Objective To evaluate whether assessing the anatomical characteristics of renal masses increases the accuracy of prediction of tumour pathology in small renal masses (SRMs). Patients and Methods We retrospectively reviewed 1129 consecutive patients who underwent extirpative surgeries for a clinical T1 renal mass, for which the preoperative aspects and dimensions used for an anatomical (PADUA) classification were available. Multivariate logistic regression analyses of demographic and anatomical characteristics were performed. Nomograms to predict malignancy and high grade pathology were constructed using a basic model (age, sex and tumour size), and an extended model (anatomical characteristics incorporated into the basic model), and the area under the curve (AUC) between models was compared. Results Age, sex and tumour size were significantly associated with malignancy and high grade pathology in the T1 and T1a category (except sex for high grade pathology in T1a tumours). Exophytic rate (T1 and T1a) and renal sinus or urinary collecting system involvement (only T1a) were also significant predictors of high grade pathology. Nomograms using the extended model for malignancy showed an insignificant AUC increase compared with those using the basic model (T1, from 0.771 to 0.780, P = 0.149, and T1a, from 0.803 to 0.819, P = 0.055). For high grade pathology, the extended model achieved a significant AUC increase (from 0.595 to 0.643, P = 0.014) in the T1a category, but the AUC for both T1 and T1a tumours showed merely modest competence (0.654 and 0.643, respectively). Conclusion Age, sex and tumour size are the primary predictors of tumour pathology of SRMs, and incorporating other anatomical characteristics has only a limited positive effect on the accuracy of prediction of pathological outcomes.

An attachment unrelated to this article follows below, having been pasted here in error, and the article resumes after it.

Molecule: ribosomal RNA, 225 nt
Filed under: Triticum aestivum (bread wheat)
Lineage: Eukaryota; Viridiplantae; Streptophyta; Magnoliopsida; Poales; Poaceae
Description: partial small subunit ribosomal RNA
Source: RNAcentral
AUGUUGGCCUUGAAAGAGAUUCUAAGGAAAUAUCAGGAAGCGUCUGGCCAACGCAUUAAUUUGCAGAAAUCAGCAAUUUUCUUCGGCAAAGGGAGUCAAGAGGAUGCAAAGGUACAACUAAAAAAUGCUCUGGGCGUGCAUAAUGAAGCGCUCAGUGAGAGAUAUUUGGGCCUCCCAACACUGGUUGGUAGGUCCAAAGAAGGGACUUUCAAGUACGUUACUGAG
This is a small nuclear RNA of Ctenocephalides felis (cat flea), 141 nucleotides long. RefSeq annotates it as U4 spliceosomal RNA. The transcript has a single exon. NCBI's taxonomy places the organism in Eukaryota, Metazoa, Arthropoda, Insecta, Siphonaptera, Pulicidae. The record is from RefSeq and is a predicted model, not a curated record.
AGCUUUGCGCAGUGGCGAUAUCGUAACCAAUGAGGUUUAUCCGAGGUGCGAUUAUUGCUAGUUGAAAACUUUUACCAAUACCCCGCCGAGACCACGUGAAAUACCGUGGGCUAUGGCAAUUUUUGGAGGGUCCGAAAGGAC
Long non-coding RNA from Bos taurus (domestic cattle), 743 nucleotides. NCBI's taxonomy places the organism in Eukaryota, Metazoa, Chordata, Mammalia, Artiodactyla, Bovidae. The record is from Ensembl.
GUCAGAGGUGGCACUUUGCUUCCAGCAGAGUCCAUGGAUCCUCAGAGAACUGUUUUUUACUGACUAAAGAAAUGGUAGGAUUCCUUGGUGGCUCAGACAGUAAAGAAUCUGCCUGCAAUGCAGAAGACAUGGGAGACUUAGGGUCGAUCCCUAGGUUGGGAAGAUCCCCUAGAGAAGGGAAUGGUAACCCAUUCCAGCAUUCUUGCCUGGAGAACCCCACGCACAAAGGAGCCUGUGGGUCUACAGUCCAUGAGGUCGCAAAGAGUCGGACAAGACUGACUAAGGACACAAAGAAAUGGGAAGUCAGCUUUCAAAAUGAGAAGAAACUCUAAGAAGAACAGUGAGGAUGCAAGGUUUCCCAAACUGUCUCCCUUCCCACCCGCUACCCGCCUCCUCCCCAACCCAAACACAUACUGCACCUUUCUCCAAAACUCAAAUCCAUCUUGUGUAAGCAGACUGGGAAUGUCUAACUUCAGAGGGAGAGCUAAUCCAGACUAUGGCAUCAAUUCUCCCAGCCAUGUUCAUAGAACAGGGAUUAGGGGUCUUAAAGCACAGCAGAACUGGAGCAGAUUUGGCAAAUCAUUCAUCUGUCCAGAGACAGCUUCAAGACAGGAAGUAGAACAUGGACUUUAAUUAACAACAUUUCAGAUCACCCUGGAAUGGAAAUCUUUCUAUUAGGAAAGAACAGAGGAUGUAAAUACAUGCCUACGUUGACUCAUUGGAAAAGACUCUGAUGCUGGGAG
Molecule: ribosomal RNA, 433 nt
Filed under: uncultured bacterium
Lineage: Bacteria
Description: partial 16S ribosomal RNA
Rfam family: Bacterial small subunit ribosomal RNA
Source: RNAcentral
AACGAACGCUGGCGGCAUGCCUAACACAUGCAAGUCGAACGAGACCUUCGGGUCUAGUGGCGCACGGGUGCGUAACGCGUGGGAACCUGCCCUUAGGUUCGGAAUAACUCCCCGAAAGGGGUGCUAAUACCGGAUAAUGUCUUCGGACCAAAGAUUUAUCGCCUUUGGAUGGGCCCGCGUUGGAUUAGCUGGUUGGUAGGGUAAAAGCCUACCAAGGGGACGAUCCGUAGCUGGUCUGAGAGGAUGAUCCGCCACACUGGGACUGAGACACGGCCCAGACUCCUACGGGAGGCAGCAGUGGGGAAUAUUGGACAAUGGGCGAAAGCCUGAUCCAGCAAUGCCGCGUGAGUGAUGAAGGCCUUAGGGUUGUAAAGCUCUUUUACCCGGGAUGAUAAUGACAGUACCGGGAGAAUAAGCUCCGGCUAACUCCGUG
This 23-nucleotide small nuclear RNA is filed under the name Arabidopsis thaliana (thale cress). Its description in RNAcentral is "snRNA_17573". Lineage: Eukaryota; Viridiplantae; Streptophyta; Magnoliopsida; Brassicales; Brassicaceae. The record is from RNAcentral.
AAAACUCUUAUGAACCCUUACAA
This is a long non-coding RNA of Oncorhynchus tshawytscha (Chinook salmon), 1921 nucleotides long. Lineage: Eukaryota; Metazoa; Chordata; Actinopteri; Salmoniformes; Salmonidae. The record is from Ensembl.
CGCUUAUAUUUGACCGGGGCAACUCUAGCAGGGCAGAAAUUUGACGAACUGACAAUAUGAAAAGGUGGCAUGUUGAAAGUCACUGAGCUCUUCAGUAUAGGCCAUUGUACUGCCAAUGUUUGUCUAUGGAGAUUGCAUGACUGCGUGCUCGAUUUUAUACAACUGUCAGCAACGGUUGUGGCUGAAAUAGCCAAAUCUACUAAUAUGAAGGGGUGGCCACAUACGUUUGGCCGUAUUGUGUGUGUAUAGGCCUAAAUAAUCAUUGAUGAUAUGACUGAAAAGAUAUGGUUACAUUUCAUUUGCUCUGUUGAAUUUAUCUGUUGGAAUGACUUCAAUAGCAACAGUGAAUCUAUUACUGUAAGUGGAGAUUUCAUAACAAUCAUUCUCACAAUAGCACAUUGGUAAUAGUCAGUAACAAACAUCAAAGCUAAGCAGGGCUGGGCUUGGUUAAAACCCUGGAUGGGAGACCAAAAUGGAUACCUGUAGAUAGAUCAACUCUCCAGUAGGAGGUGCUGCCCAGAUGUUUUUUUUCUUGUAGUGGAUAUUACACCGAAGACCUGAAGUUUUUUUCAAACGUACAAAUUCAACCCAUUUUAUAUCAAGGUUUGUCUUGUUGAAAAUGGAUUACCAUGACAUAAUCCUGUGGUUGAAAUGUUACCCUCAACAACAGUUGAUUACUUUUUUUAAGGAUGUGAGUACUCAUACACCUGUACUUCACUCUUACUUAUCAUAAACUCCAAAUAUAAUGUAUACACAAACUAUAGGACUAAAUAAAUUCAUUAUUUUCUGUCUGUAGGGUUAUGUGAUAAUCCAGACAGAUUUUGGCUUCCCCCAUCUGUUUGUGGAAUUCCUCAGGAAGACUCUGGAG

- renal cell